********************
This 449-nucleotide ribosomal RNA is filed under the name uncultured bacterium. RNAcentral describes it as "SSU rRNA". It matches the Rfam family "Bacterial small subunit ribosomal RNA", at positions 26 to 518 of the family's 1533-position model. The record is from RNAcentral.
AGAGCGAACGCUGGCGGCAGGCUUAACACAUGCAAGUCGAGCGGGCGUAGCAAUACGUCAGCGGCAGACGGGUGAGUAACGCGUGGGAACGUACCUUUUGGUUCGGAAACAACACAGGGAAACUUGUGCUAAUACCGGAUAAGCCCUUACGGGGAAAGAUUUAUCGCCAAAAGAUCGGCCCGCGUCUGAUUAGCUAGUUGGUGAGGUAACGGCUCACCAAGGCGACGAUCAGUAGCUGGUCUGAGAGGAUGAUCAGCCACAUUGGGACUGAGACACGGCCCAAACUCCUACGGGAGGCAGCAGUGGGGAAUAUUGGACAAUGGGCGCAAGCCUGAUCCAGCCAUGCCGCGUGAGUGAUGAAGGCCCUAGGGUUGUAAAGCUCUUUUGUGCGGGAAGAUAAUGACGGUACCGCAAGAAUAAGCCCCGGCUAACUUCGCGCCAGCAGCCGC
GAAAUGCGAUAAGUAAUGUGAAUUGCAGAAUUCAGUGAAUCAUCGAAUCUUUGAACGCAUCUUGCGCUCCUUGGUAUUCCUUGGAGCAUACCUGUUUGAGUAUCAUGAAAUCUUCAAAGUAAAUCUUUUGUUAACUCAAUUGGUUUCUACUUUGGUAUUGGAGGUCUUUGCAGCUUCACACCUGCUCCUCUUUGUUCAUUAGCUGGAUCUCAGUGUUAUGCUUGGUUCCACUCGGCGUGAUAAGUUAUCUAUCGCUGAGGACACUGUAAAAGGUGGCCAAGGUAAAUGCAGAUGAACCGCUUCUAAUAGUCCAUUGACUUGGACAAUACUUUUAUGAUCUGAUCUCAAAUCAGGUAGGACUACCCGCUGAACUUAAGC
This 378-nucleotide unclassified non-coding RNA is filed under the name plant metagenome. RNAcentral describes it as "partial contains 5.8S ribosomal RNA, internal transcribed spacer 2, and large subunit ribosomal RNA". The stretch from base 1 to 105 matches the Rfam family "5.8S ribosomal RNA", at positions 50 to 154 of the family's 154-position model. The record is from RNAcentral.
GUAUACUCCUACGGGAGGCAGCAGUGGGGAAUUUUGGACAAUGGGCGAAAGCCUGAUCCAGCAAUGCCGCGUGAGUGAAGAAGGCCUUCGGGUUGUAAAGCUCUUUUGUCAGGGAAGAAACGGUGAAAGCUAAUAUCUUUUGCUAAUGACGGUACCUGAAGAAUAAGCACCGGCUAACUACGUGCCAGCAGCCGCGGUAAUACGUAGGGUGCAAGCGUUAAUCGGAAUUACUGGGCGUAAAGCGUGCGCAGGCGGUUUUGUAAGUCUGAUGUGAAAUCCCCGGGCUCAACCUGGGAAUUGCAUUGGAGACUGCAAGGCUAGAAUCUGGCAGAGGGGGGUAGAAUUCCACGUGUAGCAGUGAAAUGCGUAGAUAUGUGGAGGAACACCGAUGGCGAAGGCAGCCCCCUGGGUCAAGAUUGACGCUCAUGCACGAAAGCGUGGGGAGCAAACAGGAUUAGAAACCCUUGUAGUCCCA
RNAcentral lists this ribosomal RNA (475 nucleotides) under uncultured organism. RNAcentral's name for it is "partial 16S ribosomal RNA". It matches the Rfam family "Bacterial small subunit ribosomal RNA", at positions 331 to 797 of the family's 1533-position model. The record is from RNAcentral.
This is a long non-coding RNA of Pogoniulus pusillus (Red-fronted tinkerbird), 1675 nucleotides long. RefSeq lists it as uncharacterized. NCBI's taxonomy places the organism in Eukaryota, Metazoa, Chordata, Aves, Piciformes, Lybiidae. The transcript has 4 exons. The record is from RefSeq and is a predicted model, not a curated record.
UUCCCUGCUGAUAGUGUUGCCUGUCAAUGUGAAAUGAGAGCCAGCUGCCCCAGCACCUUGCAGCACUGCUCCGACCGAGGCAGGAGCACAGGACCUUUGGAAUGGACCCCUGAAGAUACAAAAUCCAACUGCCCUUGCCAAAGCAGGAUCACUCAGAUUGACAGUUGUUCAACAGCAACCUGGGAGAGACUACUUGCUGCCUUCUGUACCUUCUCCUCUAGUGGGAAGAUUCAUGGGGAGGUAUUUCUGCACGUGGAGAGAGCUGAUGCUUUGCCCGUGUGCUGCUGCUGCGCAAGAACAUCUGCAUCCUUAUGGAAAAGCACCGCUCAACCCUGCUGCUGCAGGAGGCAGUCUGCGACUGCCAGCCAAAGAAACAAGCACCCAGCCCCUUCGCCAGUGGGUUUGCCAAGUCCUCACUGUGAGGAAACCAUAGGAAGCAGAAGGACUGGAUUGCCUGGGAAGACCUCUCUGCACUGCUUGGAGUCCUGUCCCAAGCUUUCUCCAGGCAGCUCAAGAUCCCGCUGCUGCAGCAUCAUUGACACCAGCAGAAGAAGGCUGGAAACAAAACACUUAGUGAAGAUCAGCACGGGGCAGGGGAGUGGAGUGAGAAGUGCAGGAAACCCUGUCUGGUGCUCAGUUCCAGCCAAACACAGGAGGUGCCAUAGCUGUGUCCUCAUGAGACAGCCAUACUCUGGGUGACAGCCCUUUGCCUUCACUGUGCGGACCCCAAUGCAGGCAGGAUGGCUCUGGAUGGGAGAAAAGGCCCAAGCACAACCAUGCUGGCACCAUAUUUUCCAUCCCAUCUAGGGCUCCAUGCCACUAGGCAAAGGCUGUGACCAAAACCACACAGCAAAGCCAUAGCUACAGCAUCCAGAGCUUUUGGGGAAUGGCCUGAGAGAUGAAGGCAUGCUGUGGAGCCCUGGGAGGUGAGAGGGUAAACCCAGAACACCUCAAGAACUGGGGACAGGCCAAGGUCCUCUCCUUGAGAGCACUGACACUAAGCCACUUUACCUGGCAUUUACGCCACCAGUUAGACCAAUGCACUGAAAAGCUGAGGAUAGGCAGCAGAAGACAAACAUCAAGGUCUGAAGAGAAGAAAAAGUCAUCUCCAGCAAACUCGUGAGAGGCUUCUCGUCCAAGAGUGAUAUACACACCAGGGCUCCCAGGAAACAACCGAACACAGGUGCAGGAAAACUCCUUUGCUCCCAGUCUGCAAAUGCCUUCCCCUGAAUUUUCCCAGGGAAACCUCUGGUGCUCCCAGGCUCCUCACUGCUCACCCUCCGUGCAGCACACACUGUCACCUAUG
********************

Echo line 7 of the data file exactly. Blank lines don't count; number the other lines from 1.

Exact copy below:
This is a long non-coding RNA of Pogoniulus pusillus (Red-fronted tinkerbird), 1675 nucleotides long. RefSeq lists it as uncharacterized. NCBI's taxonomy places the organism in Eukaryota, Metazoa, Chordata, Aves, Piciformes, Lybiidae. The transcript has 4 exons. The record is from RefSeq and is a predicted model, not a curated record.